You are here: Home» NZFFA Library» Forest Management» Forest Health, Pests and Diseases» Biosecurity» Keeping track of pests and diseases in small forests


Keeping track of pests and diseases in small forests

April, 2010.

New Zealand's forestry depends on good biosecurity and freedom from the harm new pests and diseases can cause. While large forestry companies have systems in place to regularly monitor the health of their forests, smaller forests and farm woodlots often do not. This creates potential havens for forest pests and diseases to establish.

In 2008, the NZ Farm Forestry Association sought to address this risk. The team worked with SPS Biosecurity Ltd to create a database and map of the 512 most small forests in NZ (i.e. forests near ports, airports or industry). This database now means that if a new pest or disease risk incursion occurs, the local forest owners can be identified and contacted.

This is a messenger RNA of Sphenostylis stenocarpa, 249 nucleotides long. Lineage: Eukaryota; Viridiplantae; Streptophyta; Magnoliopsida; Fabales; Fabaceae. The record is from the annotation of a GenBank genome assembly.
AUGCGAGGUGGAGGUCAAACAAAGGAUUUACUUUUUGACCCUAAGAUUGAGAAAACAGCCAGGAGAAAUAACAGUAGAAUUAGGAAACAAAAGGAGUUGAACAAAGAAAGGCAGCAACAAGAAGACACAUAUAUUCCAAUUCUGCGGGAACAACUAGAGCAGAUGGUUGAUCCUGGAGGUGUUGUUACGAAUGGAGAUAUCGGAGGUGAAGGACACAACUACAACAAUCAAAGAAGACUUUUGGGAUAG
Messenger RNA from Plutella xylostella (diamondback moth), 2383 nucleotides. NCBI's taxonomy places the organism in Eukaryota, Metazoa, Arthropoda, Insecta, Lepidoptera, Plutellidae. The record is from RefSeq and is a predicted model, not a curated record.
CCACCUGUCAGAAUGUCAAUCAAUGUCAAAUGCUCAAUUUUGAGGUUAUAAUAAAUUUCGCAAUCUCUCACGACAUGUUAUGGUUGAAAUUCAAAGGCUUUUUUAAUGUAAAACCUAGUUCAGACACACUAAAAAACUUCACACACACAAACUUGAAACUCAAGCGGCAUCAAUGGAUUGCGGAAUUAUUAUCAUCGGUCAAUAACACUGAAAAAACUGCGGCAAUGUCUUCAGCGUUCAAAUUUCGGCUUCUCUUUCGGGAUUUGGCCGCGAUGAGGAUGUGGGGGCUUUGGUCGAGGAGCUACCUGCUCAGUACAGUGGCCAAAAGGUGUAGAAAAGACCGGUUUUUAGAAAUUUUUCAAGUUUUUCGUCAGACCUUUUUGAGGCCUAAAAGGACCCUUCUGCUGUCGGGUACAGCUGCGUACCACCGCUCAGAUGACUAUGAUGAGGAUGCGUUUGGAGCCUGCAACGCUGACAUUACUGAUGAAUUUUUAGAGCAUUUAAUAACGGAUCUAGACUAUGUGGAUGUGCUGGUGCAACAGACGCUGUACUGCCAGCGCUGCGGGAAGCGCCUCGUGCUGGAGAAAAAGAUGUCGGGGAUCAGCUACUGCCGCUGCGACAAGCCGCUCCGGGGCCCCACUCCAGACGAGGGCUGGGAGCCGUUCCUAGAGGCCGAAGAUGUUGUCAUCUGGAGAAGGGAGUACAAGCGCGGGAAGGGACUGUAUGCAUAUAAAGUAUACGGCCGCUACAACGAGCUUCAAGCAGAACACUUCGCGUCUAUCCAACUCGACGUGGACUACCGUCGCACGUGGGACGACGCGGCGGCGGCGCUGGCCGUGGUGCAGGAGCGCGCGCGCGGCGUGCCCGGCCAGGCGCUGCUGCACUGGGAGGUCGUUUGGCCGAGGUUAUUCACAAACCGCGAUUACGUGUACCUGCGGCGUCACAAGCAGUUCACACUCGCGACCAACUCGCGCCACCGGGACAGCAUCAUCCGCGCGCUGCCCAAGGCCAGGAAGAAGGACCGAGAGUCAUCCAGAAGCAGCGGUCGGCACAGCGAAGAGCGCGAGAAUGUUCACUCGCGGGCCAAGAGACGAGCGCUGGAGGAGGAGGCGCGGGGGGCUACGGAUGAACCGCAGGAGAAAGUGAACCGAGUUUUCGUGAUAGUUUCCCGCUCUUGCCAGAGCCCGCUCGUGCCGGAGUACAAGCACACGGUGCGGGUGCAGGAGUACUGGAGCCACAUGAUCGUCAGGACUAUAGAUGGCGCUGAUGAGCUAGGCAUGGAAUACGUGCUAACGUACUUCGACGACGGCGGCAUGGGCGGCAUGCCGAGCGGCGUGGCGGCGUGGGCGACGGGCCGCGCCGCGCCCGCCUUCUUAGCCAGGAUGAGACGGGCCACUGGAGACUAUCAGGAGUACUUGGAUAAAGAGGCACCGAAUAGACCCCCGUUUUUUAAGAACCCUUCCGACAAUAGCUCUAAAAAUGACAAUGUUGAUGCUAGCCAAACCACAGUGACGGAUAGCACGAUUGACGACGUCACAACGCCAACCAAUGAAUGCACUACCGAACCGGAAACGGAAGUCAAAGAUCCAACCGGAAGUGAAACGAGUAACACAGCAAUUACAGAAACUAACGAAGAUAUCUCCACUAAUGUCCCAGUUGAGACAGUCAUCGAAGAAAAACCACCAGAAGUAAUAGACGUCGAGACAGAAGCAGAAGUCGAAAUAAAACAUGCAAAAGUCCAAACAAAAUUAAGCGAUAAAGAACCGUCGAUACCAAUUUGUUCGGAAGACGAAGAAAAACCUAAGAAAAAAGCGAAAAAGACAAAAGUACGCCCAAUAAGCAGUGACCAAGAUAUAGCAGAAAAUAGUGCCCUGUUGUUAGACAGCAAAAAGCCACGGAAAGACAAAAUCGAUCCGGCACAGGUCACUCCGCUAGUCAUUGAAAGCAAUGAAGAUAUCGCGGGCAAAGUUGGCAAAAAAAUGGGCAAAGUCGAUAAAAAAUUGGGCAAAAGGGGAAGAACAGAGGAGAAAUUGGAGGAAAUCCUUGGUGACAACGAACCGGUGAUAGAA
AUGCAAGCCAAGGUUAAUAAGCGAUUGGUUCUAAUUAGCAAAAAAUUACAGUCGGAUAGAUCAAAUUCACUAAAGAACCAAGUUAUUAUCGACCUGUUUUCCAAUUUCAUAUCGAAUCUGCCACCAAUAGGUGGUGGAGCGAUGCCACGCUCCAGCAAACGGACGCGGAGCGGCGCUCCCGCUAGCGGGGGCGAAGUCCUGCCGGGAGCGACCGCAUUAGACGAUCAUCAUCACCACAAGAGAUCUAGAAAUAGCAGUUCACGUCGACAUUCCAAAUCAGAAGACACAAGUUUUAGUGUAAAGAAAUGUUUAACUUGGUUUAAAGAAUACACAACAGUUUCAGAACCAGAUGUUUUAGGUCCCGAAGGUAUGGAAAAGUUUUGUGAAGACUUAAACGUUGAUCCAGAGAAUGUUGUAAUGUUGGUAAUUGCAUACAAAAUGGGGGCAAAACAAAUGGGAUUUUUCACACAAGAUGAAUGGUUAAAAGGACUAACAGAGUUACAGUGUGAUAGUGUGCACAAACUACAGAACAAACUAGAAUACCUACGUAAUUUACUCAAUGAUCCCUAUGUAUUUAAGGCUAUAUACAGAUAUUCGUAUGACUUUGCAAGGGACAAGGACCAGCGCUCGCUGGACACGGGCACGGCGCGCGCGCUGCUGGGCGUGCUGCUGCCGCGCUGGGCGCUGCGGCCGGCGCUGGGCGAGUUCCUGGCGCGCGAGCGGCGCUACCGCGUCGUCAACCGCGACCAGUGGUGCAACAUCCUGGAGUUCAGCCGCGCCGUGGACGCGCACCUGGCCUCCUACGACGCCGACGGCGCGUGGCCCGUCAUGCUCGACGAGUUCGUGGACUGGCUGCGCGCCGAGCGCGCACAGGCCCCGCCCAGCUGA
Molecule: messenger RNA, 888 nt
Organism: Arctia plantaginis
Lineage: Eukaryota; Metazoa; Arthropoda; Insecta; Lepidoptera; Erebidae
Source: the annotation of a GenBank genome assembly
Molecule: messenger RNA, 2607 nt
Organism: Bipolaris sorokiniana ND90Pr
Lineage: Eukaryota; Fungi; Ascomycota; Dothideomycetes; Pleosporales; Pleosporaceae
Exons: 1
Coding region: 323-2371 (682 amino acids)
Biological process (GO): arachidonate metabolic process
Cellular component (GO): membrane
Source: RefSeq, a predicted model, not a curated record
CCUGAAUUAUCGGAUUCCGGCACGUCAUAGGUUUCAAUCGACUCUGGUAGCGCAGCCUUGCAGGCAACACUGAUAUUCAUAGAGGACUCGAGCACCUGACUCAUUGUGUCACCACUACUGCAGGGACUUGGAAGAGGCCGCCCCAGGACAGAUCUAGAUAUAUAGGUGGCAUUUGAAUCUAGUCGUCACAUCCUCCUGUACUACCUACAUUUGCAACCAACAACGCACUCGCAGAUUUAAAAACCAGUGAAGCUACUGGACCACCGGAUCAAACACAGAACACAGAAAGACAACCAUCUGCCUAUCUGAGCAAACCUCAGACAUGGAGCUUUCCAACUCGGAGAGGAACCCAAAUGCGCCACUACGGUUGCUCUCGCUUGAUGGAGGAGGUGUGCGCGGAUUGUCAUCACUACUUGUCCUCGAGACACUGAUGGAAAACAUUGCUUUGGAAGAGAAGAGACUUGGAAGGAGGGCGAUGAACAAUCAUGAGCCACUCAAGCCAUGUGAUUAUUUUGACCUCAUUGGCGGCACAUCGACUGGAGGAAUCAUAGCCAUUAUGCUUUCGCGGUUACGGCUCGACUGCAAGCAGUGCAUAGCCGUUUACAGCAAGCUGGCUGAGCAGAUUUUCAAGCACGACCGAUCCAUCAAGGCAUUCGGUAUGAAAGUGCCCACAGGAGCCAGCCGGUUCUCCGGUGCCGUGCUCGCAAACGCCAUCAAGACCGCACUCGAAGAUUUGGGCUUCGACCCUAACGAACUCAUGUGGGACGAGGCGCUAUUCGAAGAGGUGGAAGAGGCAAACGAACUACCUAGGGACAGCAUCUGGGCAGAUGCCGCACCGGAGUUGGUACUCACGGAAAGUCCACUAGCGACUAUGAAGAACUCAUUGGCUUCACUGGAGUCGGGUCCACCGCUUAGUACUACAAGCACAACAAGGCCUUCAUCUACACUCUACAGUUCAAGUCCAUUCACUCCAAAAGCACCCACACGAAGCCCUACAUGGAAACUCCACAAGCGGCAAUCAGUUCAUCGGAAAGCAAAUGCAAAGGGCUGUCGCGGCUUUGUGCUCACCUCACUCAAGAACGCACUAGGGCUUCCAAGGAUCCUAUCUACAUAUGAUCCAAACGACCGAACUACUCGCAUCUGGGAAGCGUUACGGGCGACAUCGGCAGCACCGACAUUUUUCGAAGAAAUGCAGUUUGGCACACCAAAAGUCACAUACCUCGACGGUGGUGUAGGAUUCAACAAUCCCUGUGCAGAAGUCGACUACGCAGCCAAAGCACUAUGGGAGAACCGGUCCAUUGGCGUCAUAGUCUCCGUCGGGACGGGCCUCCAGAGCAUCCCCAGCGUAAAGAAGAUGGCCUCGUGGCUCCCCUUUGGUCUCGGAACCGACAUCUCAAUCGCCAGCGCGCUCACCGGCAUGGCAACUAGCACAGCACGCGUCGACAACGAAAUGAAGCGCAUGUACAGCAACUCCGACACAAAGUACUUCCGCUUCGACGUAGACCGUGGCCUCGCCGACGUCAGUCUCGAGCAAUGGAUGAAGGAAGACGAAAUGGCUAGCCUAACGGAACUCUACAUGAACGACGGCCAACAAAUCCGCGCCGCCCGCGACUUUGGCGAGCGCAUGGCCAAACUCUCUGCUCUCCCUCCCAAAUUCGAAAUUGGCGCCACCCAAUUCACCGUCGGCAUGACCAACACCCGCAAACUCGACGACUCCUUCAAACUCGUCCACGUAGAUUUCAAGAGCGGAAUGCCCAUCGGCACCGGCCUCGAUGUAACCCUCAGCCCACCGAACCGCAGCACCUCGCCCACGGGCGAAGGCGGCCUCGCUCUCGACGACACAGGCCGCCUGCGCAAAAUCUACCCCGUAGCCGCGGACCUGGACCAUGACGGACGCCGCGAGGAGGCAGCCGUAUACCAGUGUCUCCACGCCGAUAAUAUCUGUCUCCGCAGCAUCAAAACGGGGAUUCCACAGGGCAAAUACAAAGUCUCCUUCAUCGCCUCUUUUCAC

The project has provided the tools for people to monitor their own forests. Many small woodlots are found on farms where farmers want quick, easy ways to assess their trees. A field guide was created that explains how to survey forests, what to look for and what to do when you find pests and diseases.

By helping forest owners monitor their small forests this project has filled a gap in pest and disease surveillance in NZ forests. This information will be useful to biosecurity authorities, particularly when new pest or disease incursions occur. Now, the next important step is for owners of small forests to use the tools provided and get out there and monitor their forests!

Interested in finding out more? To see a copy of the Guide to Conducting Forest Health Assessments click here.


Farm Forestry - Headlines

Article archive »